Kandiyohi County Attorney Jenna Fischer makes a few changes
In an office warmed up with a new coat of paint, Jenna Fischer is charting a fresh course in how the Kandiyohi County Attorney's Office functions. A teamwork approach to cases and a staff retreat that resulted in a mission statement and a written set of core values captures some of the big-picture changes Fischer has made since taking office in January.
She has also eliminated the position of first assistant county attorney and initiated the full utilization of an existing victim services coordinator.
Working at a breakneck speed of 80-hour weeks that were a "blur" at the beginning of her tenure, Fischer now typically logs 50 to 55 hours a week to make changes in an office that saw a big change last November -- her election over 20-year incumbent Boyd Beccue.
"Things are going tremendously well," Fischer said. "Even the tough days have been good days."
Fischer took time recently to talk about her new role as county attorney and the changes she is implementing with the help of an experienced staff.
Some of those changes have been embraced with open arms; others may take time.
With a leadership style that she says is "180 degrees different" from her predecessor, Fischer is asking the 13-member department to make a "culture change," knowing there will be tension and anxiety.
"I knew walking in the door it was going to be asking a lot for the staff to see things my way," said Fischer, who held one-on-one meetings with department employees.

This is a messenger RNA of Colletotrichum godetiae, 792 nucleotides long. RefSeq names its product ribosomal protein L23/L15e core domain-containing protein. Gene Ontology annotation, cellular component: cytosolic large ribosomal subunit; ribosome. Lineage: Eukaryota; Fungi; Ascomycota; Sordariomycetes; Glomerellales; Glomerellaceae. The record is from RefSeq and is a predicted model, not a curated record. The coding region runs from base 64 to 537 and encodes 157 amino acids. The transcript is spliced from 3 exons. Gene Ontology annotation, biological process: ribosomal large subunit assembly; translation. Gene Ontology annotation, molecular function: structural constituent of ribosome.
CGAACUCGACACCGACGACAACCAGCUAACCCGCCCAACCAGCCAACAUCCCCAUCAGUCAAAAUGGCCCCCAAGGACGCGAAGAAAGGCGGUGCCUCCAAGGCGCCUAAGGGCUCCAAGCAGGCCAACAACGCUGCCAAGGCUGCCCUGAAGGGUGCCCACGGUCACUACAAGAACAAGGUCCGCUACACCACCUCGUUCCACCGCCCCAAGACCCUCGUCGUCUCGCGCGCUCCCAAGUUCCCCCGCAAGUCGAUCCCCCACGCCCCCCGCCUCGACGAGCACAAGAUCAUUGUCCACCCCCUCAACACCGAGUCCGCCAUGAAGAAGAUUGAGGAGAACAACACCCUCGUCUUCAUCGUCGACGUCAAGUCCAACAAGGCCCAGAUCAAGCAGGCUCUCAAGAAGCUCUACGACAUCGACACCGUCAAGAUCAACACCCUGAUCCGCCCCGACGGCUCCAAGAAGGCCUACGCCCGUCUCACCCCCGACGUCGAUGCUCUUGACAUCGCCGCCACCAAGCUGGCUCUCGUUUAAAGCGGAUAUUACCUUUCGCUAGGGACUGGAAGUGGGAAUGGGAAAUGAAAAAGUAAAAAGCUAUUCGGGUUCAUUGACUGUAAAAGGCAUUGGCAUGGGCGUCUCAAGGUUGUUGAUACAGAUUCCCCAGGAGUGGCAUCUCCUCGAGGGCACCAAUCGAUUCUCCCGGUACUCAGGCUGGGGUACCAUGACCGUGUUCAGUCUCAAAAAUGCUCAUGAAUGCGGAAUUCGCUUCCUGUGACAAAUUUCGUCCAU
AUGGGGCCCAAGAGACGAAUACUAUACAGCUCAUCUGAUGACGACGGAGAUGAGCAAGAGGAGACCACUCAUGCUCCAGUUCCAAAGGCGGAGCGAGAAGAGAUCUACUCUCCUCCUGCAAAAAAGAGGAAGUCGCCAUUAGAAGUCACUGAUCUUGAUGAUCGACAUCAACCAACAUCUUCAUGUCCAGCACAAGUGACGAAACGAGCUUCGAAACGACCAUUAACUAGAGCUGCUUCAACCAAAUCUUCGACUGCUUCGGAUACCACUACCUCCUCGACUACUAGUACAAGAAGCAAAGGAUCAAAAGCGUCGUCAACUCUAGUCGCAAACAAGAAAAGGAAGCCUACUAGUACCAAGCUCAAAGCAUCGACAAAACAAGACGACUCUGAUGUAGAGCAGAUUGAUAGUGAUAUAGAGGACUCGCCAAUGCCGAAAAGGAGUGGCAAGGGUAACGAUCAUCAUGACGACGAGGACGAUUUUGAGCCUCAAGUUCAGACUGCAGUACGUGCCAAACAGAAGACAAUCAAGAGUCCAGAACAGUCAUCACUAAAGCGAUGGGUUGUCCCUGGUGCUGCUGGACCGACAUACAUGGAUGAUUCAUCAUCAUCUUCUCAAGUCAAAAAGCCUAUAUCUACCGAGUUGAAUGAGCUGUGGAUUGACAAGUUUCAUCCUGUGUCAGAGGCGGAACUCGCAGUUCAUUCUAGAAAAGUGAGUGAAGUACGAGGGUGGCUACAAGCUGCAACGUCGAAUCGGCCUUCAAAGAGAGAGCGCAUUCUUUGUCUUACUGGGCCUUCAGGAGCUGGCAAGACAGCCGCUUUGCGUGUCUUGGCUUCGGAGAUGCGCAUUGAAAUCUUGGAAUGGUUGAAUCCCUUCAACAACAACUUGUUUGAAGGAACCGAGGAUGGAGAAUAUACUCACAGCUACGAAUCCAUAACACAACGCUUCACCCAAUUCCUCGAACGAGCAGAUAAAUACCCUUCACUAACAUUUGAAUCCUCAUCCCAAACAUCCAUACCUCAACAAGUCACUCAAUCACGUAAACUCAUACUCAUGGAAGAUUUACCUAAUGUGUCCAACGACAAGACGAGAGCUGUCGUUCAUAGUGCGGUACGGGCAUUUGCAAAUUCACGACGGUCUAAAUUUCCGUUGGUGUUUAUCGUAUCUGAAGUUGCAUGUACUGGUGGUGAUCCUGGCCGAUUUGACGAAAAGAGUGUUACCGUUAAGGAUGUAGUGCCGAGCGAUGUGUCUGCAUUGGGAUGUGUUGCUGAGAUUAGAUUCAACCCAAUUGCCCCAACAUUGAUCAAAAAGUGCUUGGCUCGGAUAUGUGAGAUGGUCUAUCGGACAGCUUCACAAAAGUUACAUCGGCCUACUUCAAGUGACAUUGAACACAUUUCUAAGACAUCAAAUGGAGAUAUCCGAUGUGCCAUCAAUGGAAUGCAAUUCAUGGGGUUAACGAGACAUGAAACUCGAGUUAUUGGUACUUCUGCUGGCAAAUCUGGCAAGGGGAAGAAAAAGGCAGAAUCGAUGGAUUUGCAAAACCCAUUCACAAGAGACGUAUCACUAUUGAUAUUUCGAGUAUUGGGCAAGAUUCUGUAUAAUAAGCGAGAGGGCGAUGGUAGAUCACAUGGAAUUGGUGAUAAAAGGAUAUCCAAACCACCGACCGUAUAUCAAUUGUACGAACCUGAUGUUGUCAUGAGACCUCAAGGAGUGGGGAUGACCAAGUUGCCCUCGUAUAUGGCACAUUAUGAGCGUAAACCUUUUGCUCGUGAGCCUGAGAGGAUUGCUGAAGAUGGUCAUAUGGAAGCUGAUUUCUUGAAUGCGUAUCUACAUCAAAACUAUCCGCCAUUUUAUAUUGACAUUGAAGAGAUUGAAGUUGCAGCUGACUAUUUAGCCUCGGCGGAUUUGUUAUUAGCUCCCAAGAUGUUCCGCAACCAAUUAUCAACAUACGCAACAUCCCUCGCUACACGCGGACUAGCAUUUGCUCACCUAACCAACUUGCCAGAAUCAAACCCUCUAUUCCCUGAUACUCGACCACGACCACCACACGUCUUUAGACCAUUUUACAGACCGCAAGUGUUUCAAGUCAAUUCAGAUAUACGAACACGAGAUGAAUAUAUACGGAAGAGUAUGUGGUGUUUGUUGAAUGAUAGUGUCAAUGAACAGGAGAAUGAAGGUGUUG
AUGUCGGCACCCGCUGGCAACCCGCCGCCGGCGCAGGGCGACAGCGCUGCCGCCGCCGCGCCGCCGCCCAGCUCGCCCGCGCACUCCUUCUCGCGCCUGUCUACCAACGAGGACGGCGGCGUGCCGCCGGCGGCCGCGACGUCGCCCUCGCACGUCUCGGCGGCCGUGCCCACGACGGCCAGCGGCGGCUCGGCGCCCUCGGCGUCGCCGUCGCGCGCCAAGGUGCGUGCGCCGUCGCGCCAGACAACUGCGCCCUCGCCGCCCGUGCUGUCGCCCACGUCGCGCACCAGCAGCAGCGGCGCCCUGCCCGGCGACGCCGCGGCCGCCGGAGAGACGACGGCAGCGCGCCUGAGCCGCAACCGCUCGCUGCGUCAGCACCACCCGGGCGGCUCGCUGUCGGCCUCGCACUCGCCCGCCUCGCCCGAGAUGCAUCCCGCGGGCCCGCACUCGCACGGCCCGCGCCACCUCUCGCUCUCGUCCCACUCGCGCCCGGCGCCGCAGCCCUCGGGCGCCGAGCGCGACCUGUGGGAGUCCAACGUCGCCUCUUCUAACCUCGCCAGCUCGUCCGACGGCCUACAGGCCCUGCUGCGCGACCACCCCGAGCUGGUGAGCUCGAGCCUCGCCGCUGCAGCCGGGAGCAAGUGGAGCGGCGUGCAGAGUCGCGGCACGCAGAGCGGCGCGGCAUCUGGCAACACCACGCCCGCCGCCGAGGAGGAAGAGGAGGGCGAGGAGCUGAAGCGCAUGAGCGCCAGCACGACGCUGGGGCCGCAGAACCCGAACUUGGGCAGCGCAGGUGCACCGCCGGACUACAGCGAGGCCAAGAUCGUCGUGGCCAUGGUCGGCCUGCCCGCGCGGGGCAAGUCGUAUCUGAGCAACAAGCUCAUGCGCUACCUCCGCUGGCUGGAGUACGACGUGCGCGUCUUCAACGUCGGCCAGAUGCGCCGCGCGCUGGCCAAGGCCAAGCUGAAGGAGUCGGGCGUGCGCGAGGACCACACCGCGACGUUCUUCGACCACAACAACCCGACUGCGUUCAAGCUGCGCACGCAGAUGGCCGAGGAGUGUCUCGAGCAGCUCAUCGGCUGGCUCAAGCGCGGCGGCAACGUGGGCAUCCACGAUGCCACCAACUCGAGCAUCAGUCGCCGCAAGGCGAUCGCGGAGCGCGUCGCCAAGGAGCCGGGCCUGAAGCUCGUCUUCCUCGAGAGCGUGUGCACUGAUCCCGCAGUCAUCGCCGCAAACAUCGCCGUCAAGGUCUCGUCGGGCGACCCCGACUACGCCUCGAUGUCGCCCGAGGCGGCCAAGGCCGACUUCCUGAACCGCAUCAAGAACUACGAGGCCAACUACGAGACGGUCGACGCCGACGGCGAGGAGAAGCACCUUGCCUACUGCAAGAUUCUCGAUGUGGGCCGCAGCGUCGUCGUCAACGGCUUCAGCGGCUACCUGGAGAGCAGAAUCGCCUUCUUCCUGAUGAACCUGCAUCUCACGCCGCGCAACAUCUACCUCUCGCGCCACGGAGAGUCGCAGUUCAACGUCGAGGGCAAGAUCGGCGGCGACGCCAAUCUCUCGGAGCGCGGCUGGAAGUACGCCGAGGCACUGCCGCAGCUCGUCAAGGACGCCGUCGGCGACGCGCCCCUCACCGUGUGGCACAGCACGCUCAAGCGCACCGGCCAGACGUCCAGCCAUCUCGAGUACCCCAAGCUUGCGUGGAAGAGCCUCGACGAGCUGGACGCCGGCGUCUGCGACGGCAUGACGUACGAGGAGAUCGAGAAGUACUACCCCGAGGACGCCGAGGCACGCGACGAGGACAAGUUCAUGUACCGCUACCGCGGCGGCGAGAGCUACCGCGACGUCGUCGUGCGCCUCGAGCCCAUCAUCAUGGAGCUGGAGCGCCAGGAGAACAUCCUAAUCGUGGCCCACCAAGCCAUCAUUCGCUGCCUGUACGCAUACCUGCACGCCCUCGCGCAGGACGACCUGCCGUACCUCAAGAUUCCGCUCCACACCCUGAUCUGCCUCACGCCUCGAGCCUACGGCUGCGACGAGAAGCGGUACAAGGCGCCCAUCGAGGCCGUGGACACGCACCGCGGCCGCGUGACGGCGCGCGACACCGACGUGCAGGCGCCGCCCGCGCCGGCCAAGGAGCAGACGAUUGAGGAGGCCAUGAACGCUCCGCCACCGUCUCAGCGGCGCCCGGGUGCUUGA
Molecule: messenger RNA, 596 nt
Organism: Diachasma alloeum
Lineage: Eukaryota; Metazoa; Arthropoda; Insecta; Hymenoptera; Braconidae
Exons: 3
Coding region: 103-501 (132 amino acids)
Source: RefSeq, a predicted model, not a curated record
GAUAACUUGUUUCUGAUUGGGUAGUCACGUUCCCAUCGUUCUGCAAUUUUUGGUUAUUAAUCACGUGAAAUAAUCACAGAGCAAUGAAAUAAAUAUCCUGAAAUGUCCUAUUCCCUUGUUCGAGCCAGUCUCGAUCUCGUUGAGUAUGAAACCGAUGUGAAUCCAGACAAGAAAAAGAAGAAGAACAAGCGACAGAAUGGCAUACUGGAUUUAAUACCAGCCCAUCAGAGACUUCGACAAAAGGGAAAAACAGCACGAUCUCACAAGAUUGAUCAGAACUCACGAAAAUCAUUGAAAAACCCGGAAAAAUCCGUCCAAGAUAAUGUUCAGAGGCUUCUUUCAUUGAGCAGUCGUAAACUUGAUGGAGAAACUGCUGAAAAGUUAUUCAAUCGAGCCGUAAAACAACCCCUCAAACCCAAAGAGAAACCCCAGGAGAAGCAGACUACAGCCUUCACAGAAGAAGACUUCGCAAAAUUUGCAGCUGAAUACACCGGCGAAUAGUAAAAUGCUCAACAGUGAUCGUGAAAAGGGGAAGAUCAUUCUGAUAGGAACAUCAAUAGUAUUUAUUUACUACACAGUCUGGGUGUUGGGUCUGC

"They're very talented people, and they were very welcoming and accepting and they were ready to work," she said. "They were ready to see what I had to offer."
The most significant staff change happened on Fischer's first day with the departure of longtime First Assistant County Attorney Connie Crowell, lead prosecutor on the county's most serious crimes.
Fischer won't say if she asked Crowell to leave of if Crowell quit. However, due to budgetary reasons, there are no plans to hire another attorney to replace Crowell at this time.
Given the size of the office, Fischer said she does not believe a first assistant county attorney is warranted. Instead, the other five assistant attorneys will be given the opportunity to try major cases.
"I have a deep staff right now, and everyone on my staff is capable of doing the big cases," she said.
She has adopted a "team approach" that means at least two attorneys will be assigned to each high-profile case. That system will allow multiple attorneys to be knowledgeable about a case, share ideas with each other and hopefully reduce the stress, burnout and "psychological pressure" of prosecuting and winning complicated criminal cases, she said.
The system may also broaden the experience of the county's legal staff. "You don't learn anything new doing the same thing over and over again," she said.
So far the staff "seem to be taking to it very well," said Fischer, who also intends to be one of the team attorneys in high-profile cases. She is currently working with an assistant county attorney on a rape case scheduled to go to trial this summer.